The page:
What is Thyroid Deficiency Syndrome?

Thyroid deficiency syndrome has become one of the most common disorders that we see in our client today.

The question that all our clients ask is, why did this happen? To understand this we must look at a few key concepts related to our immunity, environment and genetics.

The thyroid gland is a bow-tie-shaped gland, which is located at the front of the neck, just below the Adam's apple. Thyroid hormones regulate just about every cell in the body, including those in the central nervous system, heart, liver, kidneys, skin, bone, and muscles. 

Among its most important functions is the control of the rate of metabolism, thermogenesis, and oxygen consumption.

The predominant thyroid hormone produced by the thyroid gland is the relatively inactive T4.

The active form of the hormone, T3 is converted from T4 by peripheral tissues (mainly in the liver) as needed.

How are Hormones Regulated?

The secretion of these hormones is regulated by another hormone called thyrotropin-stimulating hormone (or TSH).

TSH is secreted by the pituitary gland in a pulsatile or circadian rhythm.  This stimulating hormone activates the release of thyroid hormones from the thyroid gland.

As thyroid hormones become high (or adequate), TSH secretion from the pituitary gland decreases in what is called a negative feedback mechanism.

Low thyroid function can be caused by autoimmune illnesses, such as Hashimoto's thyroiditis, or Grave’s disease.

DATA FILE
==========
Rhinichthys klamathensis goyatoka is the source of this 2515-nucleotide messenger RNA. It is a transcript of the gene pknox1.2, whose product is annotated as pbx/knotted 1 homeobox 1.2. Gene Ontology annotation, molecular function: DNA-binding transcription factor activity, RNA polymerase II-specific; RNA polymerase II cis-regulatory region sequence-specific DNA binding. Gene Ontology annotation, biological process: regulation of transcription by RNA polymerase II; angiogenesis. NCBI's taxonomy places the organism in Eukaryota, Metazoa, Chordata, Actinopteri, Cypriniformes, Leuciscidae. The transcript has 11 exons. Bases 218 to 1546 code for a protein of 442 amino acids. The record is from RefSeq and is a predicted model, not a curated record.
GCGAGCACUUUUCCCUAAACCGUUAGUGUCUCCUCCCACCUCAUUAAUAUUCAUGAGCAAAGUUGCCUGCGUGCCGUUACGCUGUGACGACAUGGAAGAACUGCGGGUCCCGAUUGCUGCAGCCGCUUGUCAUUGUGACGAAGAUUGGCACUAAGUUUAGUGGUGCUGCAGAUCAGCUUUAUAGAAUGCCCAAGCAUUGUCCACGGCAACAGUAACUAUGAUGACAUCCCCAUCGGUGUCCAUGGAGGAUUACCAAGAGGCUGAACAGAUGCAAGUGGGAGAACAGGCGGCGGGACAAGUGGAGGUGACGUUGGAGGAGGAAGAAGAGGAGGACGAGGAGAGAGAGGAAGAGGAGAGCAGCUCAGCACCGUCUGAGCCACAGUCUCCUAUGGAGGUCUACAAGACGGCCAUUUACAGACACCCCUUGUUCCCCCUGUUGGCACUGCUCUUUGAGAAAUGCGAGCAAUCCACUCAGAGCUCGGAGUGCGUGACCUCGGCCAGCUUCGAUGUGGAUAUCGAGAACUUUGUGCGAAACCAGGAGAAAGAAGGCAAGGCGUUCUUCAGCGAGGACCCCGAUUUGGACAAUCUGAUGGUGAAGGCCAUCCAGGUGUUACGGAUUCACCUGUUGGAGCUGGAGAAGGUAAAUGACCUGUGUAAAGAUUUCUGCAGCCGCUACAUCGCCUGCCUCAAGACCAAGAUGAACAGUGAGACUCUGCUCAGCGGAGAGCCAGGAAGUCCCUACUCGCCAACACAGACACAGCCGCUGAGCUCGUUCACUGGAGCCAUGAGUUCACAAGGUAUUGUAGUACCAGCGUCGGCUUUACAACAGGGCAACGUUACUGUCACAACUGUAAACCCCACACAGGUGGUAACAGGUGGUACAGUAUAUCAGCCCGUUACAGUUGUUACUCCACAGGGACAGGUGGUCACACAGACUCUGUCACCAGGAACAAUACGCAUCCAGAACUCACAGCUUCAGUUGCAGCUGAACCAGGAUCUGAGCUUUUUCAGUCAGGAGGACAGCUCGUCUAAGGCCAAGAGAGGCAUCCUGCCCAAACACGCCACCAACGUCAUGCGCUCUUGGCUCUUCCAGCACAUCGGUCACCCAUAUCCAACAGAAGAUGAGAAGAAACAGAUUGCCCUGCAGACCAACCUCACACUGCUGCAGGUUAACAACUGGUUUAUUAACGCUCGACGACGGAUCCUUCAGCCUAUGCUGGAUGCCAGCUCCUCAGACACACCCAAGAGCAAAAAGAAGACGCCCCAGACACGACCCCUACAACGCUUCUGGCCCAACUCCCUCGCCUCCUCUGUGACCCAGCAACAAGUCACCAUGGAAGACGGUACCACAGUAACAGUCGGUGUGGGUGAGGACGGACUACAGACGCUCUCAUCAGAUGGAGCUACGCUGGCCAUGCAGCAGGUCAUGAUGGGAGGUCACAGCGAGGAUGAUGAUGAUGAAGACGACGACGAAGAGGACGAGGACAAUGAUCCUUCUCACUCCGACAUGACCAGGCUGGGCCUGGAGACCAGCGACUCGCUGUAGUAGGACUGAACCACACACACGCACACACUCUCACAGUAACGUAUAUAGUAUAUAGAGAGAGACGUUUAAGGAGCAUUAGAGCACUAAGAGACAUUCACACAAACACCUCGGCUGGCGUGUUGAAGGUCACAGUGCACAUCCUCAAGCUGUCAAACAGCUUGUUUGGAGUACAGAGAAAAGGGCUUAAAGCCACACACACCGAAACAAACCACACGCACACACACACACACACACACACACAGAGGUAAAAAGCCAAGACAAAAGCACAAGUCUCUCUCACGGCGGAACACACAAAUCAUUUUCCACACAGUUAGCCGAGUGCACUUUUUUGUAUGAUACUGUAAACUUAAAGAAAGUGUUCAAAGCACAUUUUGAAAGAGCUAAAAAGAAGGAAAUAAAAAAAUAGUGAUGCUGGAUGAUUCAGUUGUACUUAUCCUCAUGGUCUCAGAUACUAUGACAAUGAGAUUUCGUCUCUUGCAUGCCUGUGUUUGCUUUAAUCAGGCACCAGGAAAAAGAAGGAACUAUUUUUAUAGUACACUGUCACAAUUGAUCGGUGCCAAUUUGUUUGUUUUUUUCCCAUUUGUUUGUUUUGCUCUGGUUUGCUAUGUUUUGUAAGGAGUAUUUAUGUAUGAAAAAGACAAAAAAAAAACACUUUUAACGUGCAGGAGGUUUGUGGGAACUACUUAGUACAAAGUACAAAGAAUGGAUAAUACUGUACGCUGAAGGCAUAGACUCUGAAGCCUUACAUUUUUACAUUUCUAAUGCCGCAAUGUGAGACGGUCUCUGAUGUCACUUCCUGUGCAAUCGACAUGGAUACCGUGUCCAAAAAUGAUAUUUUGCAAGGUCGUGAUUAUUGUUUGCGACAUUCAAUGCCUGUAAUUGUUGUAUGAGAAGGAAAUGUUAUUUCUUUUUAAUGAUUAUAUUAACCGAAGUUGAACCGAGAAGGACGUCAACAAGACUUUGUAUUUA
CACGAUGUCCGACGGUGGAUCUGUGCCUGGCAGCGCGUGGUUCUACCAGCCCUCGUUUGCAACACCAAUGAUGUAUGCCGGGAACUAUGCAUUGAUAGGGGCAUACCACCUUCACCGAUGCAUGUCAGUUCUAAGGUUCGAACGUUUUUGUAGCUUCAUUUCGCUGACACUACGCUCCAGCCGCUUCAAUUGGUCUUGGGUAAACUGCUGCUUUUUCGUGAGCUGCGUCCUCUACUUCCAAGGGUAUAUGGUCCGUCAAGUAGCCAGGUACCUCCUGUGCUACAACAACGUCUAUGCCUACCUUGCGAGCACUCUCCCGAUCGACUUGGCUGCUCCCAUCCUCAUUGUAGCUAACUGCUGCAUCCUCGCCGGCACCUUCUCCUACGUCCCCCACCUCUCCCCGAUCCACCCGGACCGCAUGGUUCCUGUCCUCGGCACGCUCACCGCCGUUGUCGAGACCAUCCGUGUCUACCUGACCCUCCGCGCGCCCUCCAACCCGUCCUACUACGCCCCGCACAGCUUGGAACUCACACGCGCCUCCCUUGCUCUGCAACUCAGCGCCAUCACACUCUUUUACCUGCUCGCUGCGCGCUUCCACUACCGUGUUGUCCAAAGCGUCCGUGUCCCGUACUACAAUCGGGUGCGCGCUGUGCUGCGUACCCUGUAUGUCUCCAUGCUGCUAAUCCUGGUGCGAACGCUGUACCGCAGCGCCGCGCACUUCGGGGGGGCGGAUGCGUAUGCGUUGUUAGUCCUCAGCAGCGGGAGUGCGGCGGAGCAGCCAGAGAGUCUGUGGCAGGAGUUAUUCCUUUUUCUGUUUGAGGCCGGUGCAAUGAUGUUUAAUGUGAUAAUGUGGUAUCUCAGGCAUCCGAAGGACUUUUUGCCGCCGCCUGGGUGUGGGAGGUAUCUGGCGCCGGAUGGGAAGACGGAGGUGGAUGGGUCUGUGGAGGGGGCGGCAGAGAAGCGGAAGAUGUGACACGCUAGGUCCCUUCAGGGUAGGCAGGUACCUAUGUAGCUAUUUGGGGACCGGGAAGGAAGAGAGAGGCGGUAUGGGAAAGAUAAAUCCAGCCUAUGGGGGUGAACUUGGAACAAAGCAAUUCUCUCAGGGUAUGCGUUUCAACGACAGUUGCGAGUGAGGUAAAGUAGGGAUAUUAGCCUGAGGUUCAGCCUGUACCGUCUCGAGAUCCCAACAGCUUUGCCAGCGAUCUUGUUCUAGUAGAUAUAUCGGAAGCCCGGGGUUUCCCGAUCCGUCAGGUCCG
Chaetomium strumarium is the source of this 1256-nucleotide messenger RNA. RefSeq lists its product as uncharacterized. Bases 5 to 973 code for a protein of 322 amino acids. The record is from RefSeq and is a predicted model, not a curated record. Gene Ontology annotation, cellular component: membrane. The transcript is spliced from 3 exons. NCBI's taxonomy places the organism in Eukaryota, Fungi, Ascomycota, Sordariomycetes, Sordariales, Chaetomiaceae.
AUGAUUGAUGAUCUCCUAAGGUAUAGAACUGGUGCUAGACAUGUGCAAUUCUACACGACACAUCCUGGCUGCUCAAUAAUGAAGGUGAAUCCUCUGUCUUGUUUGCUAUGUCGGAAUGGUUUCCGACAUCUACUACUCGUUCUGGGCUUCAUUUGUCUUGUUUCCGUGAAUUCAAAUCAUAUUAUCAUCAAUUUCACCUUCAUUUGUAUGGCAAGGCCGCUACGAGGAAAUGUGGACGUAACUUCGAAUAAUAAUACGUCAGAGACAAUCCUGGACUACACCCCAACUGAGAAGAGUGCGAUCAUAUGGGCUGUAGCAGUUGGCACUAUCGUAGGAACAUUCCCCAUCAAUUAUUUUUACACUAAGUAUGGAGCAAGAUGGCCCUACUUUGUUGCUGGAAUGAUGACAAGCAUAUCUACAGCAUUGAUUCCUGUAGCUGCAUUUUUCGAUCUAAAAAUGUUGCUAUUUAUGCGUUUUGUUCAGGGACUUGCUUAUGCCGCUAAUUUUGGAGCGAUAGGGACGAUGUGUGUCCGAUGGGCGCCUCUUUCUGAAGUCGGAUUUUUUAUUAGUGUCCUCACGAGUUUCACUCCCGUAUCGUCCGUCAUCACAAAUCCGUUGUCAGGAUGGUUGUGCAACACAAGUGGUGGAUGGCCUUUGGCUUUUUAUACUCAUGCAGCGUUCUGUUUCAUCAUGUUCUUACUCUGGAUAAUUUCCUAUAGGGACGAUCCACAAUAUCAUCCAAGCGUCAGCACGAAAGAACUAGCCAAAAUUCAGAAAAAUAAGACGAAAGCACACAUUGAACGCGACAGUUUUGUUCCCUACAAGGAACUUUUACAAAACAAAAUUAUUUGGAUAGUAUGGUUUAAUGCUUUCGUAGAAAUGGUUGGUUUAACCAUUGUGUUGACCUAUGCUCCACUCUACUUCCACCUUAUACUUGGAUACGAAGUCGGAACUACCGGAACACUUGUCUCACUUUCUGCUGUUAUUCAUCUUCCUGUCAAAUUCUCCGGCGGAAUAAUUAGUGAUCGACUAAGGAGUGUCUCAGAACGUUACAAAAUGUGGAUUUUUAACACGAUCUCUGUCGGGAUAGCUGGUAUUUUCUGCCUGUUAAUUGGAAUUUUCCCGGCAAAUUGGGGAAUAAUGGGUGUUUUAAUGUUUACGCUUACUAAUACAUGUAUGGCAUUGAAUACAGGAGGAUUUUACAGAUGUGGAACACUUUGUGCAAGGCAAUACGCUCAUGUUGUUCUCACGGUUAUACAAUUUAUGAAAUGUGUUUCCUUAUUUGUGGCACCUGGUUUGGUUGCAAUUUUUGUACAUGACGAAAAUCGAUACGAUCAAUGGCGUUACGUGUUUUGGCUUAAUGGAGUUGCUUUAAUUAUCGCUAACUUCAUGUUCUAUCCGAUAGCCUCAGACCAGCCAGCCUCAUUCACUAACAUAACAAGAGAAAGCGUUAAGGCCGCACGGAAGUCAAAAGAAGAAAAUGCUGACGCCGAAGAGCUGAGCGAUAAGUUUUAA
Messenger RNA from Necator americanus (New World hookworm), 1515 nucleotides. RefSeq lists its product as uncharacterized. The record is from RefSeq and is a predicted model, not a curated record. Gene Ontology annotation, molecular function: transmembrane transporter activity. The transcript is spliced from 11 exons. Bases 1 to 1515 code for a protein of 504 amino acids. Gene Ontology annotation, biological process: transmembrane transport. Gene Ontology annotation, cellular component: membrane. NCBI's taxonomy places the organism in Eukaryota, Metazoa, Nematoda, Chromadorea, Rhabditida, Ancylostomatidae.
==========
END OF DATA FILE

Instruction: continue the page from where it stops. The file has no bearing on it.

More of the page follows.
More commonly, low thyroid function is the effect of a combination of several factors that include; iodine deficiency, heavy metal toxicity and stress over load.

For example, a single stress episode of hypoglycaemia impairs thyroid function for up to 18 hours.

Severe stressors, like surgery or heart attacks or even pregnancy can impact thyroid function for months after the event.

Assessing Thyroid Function

Research has documented that 80% of the population has some level of thyroid dysfunction; therefore, thyroid function screening test is very important for everyone.

The standard TSH blood test used to check for proper thyroid function is currently inadequate in establishing a baseline thyroid function.

A full thyroid function assessment needs to include; TSH, FT4, FT3, rT3 as well as spot urinary iodine test.

In some cases assessment of thyroid antibodies (TPO and TG) should also be included if indicated in your symptom questionnaire.

Click here to download Thyroid Questionnaire